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This cheat sheet helps you do your homework, so you know what you’re signing when you close the sale of your home.
You’ve already cleared several hurdles by finding the right home, negotiating the best price, and getting approved for a mortgage. The last obstacle on your homebuying track is the closing, which can be both tedious and tense. By knowing what to expect and doing some legwork, you can smoothly put your closing behind you. These seven steps will guide you.
1. Set a Closing Date
Ask your title company to set a closing date and time that meshes with the end of your lease or the sale of your existing home. Don’t want to skip work? Ask for an evening or weekend closing. Tight on cash? Schedule your closing for the end of the month. That’s when you’ll pay the least amount of interest at the closing table.
2. Gather Your Funds
Buyers usually have to bring money to the closing. Ask the title company what forms of payment it accepts. Chances are you can’t use a personal check.
If you have to move money into your bank account to pay your closing costs, do so a week ahead to avoid last-minute problems. If the title company requires the funds in the form of a cashier’s check, stop by the bank a few days before closing to pick it up.
3. Purchase Title Insurance
If you’re getting a mortgage, you have to buy a title insurance policy. Think it protects you against problems with the title of your home? Nope, it protects the lender in case the sellers really didn’t own the home or someone else had a claim on it.
To cover yourself, you can buy an owner’s title policy from the same insurance company that sells you the lender’s title policy. Or, shop online at Closing.com, EasyTitleQuote.com, or FreeTitleQuote.com. An owner’s title policy insures you against losses from fraudulent claims against your ownership and errors in earlier sales. In some areas, sellers traditionally pay for the buyer’s title policy.
Whether or not you get the owner’s policy, if you buy a title policy from the same company that issued the prior owner’s title insurance, you can ask for a reissue discount or “bring-down” rate. There’s a discount because the title company only has to check the records filed since that prior owner bought the home, not since the dawn of time.
4. Line Up Homeowners Insurance
Get quotes and compare policies to be sure coverage will start by your closing date. An annual policy should run $500 to $1,000, depending on your home’s size, age, and amenities. To get a lower premium, opt for a high deductible or buy your homeowners insurance from the same company that insures your car.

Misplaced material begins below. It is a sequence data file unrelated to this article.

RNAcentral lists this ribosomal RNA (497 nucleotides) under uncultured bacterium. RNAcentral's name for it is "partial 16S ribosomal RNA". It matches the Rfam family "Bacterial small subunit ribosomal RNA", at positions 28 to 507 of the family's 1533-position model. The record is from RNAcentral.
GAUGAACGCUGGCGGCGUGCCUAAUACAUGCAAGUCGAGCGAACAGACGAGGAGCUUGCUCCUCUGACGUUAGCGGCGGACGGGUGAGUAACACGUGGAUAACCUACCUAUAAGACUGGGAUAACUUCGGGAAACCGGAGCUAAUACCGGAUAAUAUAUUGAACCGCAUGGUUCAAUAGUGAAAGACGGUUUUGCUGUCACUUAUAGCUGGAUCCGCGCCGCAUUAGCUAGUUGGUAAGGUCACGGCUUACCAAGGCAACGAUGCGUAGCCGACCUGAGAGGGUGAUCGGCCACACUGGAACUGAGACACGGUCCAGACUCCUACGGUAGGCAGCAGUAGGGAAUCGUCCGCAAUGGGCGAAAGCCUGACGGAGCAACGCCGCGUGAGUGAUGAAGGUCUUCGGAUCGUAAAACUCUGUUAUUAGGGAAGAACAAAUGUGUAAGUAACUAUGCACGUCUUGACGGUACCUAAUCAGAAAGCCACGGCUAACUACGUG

If you live in an area where natural disasters occur, like earthquakes, floods, or hurricanes, you’ll need separate insurance to protect your home from those hazards.
5. Review Your Good Faith Estimate and HUD-1 Settlement Sheet
Your lender already gave you a Good Faith Estimate (GFE) that showed your estimated closing fees. Some of the fees on your GFE can’t change and others can rise by 10%. Before you go to the closing, compare the numbers on your GFE with the numbers on your HUD-1 settlement statement. Question your loan officer about any fees that increased.
6. Do a Walk-Through
Schedule an appointment to walk through the home one last time just before your closing.
Make sure repairs you requested have been made.
Look for major changes since you last viewed the property.
See if the sellers left everything they promised to leave.
Check to see that the sellers took all their personal belongings.
Test electronics and appliances to ensure they’re still working.
Turn on the HVAC and hot water. Are they functioning right?
Walk the yard to be sure no plants or shrubs have been removed.
7. Resolve Issues Identified in Your Walk-Through
If your walk-through uncovers problems:
1. Delay the closing until the seller corrects them (if your state allows it). But that’s often not feasible because your lease is probably over and you’ve already scheduled movers.
2. Negotiate a discount to your sales price to cover the cost of the work needed. If the air conditioning is on the fritz and a contractor says the repair will cost $500, ask that the sales price be reduced by that amount. If you make that request at closing, however, be ready for a delay while the title company redoes the paperwork.
3. Have the title company hold a portion of the seller’s proceeds in escrow until the dispute is resolved. Once that happens, the funds will be released to you or the seller, depending on the outcome.
G.M. Filisko is an attorney and award-winning writer who has endured several property closings, but the easiest was done through the mail. A frequent contributor to many national publications including Bankrate.com, REALTOR® Magazine, and the American Bar Association Journal, she specializes in real estate, business, personal finance, and legal topics.
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